When she first learned about PANDAS, Gable wasn’t sure it was the correct diagnosis, either. Looking back, however, she remembers a fine rash on her son’s torso when he was a toddler (a strep infection that she said was misdiagnosed as contact dermatitis, and thus untreated). As an infant and toddler, Gable said her son had numerous upper respiratory infections — “coded as URI in his medical records, which I have in a giant three-ring binder.”
In June 2017, Gable’s son was diagnosed with PANDAS. He was almost 7 years old.
“It was just so hard; it was exhausting — for him and for us. He just was not well,” Gable said.
Swedo said PANDAS puts a tremendous burden on parents and caregivers, since it requires around-the-clock monitoring and care. Children who were once independent suddenly have severe separation anxiety. Previously great sleepers are restless well into early-morning hours, “and often are wetting the bed during that time,” Swedo added.
“[It’s] having a child who’s previously been extremely high functioning suddenly need care with everything from toileting to doing the simplest homework assignments.”
Then there’s the financial burden of PANDAS.
Paying for PANDAS: ‘It’s something that is just unreal’
When Gable’s son was diagnosed with PANDAS, the out-of-network specialist treating him prescribed IVIG. Gable’s insurance wouldn’t cover the $10,000 cost of treatment, and instead advised her to pay out of pocket and then submit a request for reimbursement.
“My son was really suffering and we couldn’t not try,” said Gable, who added that her son made “positive gains” from the initial IVIG treatment, but that one dose “wasn’t enough to heal him completely.”
She never received a reimbursement and knew more IVIG treatments were required. She also knew she needed an in-network doctor to help her navigate insurance coverage. Gable switched her son’s care to pediatric neurologist Dr. Yuval Shafrir. But even with applications for pre-authorization IVIG treatments, plus peer-to-peer calls with the insurance company, her son’s treatment was denied — twice.
“I think if the public knew what kind of suffering the insurance companies were inflicting on young children, it is totally unacceptable. It’s something that is just unreal,” said Shafrir, who is one of the leading PANDAS physicians in the D.C. area.
Because PANDAS is a relatively new condition and one that is diagnosed clinically, not with lab tests, Shafrir explained it’s common for insurance companies to deny claims, especially for costly procedures such as IVIG. (The Frederick News Post profiled one family that was driven into debt from the out-of-pocket costs associated with PANDAS.)
“A lot of families are struggling financially to try to treat this disease,” Murdock said.
After the second denial from her insurance company, Gable switched tactics. On Feb 7. she, Shafrir and a number of PANDAS parents testified before Maryland lawmakers in support of legislation, sponsored by Del. Charles Sydnor, requiring insurers to cover medical costs associated with PANDAS. Both Illinois and Delaware have similar laws; other states are considering them as well.
‘It’s been a decade of hell’
Diana Pohlman, founder and executive director of PANDAS Network, started the online-based organization in 2008 after her 7-year-old had PANDAS. Similar to other PANDAS parents, Pohlman said getting a diagnosis and finding the right kind of treatment was challenging.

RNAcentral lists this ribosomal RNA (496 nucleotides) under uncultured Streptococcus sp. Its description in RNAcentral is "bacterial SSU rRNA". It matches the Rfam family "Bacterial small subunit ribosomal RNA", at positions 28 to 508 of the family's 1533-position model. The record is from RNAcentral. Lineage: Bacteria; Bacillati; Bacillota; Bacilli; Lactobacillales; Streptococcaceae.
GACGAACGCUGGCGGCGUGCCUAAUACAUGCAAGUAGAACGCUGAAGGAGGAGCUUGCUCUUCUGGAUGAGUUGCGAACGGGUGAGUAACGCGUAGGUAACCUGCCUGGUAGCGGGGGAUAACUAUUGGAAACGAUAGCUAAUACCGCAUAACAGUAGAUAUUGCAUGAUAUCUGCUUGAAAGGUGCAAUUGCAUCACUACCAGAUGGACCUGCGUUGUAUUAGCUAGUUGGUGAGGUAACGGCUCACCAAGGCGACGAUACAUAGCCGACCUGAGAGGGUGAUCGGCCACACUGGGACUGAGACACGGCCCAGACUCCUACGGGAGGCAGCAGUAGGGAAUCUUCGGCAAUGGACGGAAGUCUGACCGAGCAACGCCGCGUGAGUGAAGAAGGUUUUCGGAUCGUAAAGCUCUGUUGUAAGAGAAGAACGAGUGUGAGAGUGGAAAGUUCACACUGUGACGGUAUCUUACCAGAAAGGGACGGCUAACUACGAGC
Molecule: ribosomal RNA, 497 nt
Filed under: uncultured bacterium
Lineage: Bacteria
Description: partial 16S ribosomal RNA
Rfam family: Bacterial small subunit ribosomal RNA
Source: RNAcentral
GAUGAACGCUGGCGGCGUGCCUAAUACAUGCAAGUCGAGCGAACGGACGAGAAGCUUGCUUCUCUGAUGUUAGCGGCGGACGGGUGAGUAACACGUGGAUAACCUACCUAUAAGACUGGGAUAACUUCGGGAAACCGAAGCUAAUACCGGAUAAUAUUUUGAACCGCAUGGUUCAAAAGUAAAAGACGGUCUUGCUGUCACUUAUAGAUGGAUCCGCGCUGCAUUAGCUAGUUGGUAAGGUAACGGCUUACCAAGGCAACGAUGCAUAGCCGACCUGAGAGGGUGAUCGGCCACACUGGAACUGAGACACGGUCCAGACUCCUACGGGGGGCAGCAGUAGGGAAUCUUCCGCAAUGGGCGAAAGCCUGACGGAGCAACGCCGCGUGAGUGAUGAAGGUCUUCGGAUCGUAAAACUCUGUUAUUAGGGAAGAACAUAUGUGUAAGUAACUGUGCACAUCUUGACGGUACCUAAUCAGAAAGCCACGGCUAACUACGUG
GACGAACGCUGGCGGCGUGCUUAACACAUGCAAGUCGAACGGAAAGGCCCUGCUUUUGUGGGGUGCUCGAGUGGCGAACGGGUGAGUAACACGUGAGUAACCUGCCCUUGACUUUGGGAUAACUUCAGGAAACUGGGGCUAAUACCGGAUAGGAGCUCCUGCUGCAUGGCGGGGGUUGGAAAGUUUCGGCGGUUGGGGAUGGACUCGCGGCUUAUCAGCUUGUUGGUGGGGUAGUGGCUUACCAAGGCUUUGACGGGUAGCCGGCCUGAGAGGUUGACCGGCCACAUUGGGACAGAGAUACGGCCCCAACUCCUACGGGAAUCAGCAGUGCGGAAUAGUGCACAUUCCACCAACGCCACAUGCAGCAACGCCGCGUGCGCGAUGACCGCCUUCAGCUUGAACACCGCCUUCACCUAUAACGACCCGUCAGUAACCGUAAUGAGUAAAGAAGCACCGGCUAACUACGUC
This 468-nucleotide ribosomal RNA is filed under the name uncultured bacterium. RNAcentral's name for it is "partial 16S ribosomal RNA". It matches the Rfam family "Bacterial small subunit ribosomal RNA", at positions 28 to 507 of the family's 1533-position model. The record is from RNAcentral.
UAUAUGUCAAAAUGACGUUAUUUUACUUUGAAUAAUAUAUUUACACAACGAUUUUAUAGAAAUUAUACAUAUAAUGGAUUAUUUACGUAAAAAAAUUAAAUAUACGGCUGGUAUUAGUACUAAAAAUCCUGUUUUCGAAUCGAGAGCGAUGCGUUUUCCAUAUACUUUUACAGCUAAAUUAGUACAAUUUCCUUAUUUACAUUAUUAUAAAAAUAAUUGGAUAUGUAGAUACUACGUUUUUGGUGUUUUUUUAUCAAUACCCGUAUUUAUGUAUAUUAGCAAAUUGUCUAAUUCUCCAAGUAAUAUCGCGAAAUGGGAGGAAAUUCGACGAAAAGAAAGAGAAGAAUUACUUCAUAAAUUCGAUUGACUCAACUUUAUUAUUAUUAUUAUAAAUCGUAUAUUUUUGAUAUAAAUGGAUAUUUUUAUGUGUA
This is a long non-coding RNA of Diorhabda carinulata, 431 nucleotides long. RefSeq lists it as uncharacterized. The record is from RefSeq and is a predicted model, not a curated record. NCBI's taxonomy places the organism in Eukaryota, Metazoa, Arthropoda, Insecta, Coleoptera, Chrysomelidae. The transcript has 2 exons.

“It was a very, very scary time for our family,” she said.
Her goal with PANDAS Network was to provide a place where parents could go to find answers, support and a list of physicians familiar with treating the disorder.
“People have just been outraged at how difficult it is to care for the kids or to get care for the kids; parents have just taken it upon themselves,” Pohlman said.
Another goal was to see PANDAS become more widely accepted by the medical community.
“It’s been really hard to get major medical institutions involved or insurance companies involved in allowing for these medications to be given to the children. It’s been very difficult; I never imagined it would be so difficult,” Pohlman said.
“It’s been a decade of hell, actually.”
However, she’s hoping that will change. Advancements in research could soon lead to a clear marker for PANDAS diagnosis, called a biomarker. And a more definitive diagnosis would make it harder for insurance companies to deny coverage for physician-prescribed treatments.
“I think it’s going to be a whole new field of medicine,” Pohlman said.
“My dream is that in 10 years, we’ll be able to open like a St. Jude for PANDAS kids, where you can easily and quickly get treatment and get follow-up.”
‘We feel like our son is back’
Six months after his PANDAS diagnosis, Murdock said her son is 95% better. Lucas is still working to heal his immune system (he’s not back in school, but Murdock predicts he will be soon) and manage his flares. A service dog, for which the family launched a crowdfunding campaign, is also helping Lucas manage his anxiety. He was even able to read before lawmakers at the Feb. 7 testimony in Annapolis.
“We feel like our son is back,” Murdock said.
“Where he was just back in the fall, he would have never been able to do what he was doing if he had the wrong diagnosis or not the right treatments.”
On March 13, after testifying before the Maryland House of Delegates twice, Gable received notice that the insurance company granted authorization for her son’s IVIG treatment.
“I was sobbing incoherently. I just could not stop wailing,” Gable said in an email.
Her son received two IVIG infusions in late March, each lasting seven hours, and he’s expected to receive more in the upcoming months.
The bill introduced in the Maryland General Assembly is currently undergoing a cost analysis; Murdock said the plan is to reintroduce it next January. In the meantime, her efforts are focused on healing her son and educating other parents about PANDAS so they don’t struggle with a misdiagnosis and mistreatments like so many others have.
“Don’t stop. Don’t stop fighting the gut feeling as a parent that something’s not right. If we would have just stopped, who knows where Lucas would be right now. Who knows where my son would be right now,” she said.